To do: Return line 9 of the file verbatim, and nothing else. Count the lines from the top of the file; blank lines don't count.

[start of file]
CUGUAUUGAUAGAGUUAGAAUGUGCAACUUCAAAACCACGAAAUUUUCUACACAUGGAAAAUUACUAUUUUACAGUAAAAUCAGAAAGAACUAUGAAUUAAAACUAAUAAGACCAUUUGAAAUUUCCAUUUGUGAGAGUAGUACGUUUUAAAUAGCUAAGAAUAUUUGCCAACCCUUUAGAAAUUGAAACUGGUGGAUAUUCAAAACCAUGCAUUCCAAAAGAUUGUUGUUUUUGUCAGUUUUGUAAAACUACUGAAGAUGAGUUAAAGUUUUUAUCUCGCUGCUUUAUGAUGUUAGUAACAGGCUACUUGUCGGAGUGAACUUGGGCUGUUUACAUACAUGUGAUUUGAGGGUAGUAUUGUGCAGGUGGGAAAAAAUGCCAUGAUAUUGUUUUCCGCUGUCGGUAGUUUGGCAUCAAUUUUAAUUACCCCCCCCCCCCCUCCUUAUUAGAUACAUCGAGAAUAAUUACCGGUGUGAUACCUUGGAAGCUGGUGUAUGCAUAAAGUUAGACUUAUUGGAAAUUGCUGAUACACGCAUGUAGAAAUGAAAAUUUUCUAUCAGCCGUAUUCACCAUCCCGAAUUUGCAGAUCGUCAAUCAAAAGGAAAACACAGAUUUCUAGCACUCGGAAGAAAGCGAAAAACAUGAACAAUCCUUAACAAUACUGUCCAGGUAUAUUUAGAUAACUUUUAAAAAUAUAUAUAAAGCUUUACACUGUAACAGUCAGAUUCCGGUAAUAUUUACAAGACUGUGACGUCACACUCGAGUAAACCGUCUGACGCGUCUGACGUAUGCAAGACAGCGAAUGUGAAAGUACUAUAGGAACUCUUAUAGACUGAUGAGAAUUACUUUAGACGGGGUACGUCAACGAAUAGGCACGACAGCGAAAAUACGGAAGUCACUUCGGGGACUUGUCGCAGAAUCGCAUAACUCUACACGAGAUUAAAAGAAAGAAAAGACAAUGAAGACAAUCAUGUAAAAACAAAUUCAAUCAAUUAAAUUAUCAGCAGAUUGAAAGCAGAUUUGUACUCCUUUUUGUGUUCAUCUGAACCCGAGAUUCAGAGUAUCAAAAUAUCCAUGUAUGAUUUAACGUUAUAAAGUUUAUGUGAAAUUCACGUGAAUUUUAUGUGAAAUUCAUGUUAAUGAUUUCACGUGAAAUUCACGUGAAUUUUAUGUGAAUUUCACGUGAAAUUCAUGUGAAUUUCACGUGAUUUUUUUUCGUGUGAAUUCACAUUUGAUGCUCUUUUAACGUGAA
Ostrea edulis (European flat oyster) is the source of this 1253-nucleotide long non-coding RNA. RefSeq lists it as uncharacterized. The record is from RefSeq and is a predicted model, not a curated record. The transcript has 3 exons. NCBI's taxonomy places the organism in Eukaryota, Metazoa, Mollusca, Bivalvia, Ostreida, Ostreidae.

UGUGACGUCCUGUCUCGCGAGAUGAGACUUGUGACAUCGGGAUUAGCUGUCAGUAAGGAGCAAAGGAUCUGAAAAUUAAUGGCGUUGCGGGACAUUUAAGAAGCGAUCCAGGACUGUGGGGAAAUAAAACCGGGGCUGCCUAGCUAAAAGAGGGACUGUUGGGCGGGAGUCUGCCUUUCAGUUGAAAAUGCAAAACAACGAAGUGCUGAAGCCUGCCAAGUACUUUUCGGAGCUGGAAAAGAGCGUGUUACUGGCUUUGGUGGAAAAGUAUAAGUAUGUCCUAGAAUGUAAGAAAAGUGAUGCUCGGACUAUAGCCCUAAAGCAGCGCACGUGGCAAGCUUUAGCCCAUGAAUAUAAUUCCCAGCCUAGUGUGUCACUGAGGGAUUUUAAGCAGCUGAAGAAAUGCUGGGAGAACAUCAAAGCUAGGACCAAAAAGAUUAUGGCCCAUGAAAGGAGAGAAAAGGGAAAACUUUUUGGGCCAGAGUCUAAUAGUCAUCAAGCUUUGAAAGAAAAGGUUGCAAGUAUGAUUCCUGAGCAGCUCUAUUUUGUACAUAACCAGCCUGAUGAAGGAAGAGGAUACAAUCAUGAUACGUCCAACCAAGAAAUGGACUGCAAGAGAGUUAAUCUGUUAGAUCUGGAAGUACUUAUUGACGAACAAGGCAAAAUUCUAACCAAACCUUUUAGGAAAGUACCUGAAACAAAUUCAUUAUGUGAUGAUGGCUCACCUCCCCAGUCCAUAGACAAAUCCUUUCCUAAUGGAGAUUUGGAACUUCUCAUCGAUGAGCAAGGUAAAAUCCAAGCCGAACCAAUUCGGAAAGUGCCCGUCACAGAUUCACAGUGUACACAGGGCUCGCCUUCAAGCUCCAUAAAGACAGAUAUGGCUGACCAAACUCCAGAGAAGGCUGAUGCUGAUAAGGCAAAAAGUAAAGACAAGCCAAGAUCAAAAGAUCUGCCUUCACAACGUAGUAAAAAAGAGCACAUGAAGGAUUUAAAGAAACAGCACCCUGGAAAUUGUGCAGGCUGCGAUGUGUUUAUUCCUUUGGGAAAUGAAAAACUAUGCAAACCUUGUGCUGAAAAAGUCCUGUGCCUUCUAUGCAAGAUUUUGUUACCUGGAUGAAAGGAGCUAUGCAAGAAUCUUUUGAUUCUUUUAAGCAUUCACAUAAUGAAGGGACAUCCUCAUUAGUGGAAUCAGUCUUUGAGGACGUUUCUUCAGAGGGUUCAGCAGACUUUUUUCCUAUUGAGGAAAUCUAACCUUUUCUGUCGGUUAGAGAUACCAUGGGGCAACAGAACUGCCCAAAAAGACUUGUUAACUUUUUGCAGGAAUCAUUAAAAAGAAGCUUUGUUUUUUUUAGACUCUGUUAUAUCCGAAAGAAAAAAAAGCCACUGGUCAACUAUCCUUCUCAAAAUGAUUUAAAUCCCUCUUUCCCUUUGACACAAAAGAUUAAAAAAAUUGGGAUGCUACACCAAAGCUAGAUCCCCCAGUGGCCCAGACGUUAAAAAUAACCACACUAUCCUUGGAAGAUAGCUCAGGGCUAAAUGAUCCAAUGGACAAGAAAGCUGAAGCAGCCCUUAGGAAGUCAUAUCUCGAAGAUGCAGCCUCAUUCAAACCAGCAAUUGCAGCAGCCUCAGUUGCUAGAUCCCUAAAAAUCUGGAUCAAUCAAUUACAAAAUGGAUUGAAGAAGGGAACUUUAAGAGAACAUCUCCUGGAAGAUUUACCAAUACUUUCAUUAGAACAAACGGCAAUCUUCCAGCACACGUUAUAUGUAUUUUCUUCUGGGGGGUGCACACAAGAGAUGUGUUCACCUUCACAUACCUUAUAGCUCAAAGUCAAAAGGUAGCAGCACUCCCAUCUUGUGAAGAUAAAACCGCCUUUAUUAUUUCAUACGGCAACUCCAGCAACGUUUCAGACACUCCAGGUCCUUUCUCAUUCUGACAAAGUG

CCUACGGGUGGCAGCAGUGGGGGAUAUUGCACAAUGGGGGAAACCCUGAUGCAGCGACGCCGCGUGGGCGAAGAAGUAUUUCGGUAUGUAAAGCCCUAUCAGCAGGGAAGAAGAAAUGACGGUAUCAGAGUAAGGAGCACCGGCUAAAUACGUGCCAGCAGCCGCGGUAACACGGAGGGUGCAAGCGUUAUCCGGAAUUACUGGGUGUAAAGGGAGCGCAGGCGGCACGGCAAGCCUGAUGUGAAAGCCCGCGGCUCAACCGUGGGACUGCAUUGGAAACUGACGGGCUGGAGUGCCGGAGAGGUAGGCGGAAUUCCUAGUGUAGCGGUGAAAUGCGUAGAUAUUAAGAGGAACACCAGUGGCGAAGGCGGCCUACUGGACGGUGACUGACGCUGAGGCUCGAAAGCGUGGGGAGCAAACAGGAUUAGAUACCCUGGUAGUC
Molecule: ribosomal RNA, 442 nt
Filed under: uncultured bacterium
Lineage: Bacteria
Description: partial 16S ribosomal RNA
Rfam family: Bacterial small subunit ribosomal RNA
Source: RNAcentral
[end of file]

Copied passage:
Rfam family: Bacterial small subunit ribosomal RNA